The Modern World During and After the World Wars, C. 1914–1960

Architecture and Design

What is the Bauhaus?

The Bauhaus was a progressive art and design school established in Weimar, Germany, in 1919, with the goal of training art students to create works that blended artistry with commercialism. The school was home to some of the most well-respected and revolutionary artists, designers, and architects of the day, including Paul Klee, (1879–1940), Johannes Itten (1888–1967), and Wassily Kandinsky (1866–1944), who lived together onsite in the specially-designed school. The first director of the Bauhaus was Walter Gropius (1889–1983), a renowned modern architect known for his interest in function. The courses covered both practice-based art training (on topics such as painting, furniture-making, ceramics, bookbinding, metalworking, and eventually architecture) as well as more theoretical concepts including art historical analysis, color theory, and even meditation. Unlike many art schools, the Bauhaus included the applied arts in its curriculum and actively sought out design commissions. With the goal of creating art objects that blended art and craft, students infused everyday objects with elements of high-design. For example, Peter Keler’s 1922 design for a cradle reflects both geometric simplicity and functional efficiency. The politically left-leaning Bauhaus began to lose funding as more conservative policies took hold in Germany during the 1920s. The school first moved to Dessau, and then to Berlin, but was eventually closed in the 1930s as the Nazis gained power. Many of the key Bauhaus leaders and faculty members—Walter Gropius, Laszlo Mo-holy-Nagy, Ludwig Mies van der Rohe, Josef Albers—emigrated to the United States. The Bauhaus’ embrace of industrialism and its goal of creating functional design made an enormous impact on the art and architecture of the twentieth century.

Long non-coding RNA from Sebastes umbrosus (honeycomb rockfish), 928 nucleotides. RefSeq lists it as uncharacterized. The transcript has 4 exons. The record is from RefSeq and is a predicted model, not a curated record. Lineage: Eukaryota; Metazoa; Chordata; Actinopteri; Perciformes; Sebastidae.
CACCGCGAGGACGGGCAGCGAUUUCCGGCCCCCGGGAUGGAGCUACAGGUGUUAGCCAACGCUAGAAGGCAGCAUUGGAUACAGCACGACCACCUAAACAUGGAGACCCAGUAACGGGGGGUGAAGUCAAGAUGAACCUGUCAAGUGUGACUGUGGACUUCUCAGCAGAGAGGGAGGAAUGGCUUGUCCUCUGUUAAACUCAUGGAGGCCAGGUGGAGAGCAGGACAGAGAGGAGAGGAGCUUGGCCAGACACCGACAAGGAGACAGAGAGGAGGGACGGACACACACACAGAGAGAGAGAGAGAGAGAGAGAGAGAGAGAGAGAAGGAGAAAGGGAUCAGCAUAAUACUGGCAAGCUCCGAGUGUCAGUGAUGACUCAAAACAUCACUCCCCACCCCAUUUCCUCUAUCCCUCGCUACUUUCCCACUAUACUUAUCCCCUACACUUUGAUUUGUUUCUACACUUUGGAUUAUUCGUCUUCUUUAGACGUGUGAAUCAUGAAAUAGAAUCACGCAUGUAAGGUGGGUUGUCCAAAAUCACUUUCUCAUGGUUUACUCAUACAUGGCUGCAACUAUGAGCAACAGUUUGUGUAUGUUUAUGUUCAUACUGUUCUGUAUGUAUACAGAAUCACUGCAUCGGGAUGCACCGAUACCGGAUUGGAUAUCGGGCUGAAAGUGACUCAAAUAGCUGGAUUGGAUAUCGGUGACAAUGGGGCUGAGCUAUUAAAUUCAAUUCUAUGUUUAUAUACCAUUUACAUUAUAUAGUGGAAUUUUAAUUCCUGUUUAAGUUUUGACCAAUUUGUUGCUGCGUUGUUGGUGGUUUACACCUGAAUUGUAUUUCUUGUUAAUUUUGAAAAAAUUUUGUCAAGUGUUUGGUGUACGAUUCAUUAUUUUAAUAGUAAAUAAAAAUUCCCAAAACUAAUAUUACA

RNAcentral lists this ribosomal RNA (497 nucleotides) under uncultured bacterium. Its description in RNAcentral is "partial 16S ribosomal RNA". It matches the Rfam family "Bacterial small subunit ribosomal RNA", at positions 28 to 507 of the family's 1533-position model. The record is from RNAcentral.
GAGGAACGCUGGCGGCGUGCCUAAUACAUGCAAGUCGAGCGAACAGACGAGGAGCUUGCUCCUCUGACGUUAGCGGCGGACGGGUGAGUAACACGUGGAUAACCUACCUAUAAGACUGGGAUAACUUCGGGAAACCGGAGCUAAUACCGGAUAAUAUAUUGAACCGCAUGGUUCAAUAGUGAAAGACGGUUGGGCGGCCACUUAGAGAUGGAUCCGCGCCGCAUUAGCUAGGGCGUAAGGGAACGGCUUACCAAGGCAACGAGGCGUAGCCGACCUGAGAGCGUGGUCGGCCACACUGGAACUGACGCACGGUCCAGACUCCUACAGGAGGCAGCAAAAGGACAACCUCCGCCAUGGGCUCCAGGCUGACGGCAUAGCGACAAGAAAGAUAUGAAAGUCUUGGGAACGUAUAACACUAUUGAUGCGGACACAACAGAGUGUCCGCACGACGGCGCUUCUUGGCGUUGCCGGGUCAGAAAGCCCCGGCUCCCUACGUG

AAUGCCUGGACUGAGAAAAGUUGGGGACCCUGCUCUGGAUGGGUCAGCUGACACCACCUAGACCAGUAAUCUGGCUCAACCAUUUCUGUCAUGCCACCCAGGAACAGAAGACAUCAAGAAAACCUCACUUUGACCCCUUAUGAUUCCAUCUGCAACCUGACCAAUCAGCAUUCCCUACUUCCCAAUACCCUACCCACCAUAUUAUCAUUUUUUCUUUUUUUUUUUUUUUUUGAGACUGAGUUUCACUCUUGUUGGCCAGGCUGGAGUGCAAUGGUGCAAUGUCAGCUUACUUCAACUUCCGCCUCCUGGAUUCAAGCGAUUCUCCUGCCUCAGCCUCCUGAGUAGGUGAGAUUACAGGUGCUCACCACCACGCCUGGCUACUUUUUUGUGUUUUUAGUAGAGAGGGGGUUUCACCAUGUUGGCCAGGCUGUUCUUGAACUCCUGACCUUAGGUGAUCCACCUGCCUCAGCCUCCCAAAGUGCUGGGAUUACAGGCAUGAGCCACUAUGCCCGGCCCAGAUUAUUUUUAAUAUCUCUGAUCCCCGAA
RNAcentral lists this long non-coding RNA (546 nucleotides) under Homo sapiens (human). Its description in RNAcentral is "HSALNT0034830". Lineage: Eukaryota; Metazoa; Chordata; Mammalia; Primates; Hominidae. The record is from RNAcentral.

With Composition IV (1911), Russian painter Wassily Kandinsky, who taught at the Bauhaus, experimented with abstraction. This work has been described as both an abstract and a landscape painting. (Art courtesy The Art Archive / Kunstsammlung Norshein West / Harper Collins Publishers.)


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